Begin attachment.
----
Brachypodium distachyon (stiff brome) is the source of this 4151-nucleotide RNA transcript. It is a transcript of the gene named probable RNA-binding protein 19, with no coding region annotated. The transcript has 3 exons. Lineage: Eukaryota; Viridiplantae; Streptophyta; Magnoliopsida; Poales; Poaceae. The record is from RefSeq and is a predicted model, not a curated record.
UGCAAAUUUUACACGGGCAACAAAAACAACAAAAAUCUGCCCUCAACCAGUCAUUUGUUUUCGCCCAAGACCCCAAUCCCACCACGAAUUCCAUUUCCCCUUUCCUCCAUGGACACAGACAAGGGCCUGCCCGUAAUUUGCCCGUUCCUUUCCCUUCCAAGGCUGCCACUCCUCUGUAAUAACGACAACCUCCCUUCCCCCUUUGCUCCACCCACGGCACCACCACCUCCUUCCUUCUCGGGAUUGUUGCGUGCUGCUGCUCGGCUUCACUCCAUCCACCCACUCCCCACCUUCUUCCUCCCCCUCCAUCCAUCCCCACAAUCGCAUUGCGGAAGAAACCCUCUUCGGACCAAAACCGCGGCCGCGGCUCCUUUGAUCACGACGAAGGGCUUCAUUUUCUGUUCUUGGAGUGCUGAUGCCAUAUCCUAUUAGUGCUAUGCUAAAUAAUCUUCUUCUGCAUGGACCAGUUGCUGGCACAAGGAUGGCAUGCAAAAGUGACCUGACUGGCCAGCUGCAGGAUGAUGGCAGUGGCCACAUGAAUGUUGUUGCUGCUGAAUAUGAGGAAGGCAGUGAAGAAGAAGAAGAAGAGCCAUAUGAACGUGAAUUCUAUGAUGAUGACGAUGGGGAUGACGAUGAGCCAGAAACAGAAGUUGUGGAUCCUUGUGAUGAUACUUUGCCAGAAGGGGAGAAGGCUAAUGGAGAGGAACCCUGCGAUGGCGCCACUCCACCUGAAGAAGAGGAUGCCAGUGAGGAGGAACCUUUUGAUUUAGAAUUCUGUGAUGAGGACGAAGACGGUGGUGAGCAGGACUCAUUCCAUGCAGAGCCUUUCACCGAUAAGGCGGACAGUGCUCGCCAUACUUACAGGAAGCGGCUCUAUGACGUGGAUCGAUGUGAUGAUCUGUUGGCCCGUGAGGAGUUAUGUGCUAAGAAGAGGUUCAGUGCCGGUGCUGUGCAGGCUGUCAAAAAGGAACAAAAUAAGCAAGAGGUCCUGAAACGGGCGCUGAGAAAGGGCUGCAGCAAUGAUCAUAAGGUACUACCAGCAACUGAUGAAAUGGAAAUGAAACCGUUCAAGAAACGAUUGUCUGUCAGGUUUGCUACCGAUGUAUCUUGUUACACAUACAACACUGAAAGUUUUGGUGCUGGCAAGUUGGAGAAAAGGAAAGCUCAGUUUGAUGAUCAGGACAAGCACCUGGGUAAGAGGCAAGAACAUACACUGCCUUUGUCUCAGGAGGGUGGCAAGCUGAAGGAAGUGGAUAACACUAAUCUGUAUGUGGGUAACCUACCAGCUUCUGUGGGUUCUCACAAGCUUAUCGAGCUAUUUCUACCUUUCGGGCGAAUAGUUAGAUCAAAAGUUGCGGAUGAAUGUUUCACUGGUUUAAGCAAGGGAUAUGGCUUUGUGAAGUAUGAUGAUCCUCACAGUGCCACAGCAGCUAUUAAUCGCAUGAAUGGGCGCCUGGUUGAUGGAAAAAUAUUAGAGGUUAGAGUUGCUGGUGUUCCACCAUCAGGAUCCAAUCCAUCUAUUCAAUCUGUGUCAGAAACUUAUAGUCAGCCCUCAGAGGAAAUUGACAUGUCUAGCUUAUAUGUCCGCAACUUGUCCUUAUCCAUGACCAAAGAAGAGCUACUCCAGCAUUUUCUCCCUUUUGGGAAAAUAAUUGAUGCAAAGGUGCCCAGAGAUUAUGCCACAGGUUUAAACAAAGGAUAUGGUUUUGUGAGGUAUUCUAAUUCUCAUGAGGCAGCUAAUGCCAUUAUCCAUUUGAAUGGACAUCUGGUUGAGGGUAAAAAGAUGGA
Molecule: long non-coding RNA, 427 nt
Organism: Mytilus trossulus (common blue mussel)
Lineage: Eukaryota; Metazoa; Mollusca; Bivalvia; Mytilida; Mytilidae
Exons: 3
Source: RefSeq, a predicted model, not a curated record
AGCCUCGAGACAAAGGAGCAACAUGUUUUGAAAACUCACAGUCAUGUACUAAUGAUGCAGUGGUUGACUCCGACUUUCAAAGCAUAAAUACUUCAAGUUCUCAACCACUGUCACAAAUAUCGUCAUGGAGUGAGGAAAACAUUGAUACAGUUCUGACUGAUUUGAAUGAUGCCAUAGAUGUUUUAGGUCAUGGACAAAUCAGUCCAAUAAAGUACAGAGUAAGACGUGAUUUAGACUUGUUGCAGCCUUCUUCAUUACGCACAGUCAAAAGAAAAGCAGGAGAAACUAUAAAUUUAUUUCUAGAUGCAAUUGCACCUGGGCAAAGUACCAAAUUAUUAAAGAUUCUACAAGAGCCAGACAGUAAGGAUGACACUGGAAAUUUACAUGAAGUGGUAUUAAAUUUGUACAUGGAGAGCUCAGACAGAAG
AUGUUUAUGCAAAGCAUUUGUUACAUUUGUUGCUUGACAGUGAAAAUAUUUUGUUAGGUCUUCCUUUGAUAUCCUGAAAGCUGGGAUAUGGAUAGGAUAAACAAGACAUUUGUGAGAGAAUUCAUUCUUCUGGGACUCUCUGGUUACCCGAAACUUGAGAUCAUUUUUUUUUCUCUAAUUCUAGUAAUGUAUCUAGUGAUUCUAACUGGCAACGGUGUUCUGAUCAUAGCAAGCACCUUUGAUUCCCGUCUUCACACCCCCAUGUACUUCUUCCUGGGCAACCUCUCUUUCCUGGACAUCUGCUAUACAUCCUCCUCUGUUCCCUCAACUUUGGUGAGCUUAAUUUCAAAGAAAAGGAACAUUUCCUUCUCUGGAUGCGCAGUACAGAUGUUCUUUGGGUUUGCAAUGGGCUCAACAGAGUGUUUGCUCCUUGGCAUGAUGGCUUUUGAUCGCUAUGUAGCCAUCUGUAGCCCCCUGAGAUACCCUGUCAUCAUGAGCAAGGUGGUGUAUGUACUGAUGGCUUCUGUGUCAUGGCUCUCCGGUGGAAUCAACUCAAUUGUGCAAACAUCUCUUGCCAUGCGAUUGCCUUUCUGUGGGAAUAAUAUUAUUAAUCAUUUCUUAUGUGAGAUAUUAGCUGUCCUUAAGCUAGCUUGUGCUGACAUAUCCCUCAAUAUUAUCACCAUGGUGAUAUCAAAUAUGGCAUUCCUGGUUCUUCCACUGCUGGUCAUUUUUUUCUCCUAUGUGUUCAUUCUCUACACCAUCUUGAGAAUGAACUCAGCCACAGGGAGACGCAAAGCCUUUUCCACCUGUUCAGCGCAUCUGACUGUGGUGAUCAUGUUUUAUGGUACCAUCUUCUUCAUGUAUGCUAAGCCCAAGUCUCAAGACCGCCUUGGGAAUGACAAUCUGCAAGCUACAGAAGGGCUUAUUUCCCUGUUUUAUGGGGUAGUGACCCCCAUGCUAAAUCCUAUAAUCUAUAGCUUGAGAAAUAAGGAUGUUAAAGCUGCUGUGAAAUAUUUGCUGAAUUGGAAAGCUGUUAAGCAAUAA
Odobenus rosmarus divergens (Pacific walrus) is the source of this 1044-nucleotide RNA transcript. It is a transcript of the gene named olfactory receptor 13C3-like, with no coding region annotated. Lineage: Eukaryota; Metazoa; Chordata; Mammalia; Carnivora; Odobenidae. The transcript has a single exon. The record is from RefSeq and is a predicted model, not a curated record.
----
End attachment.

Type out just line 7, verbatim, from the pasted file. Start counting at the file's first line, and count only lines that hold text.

Source: RefSeq, a predicted model, not a curated record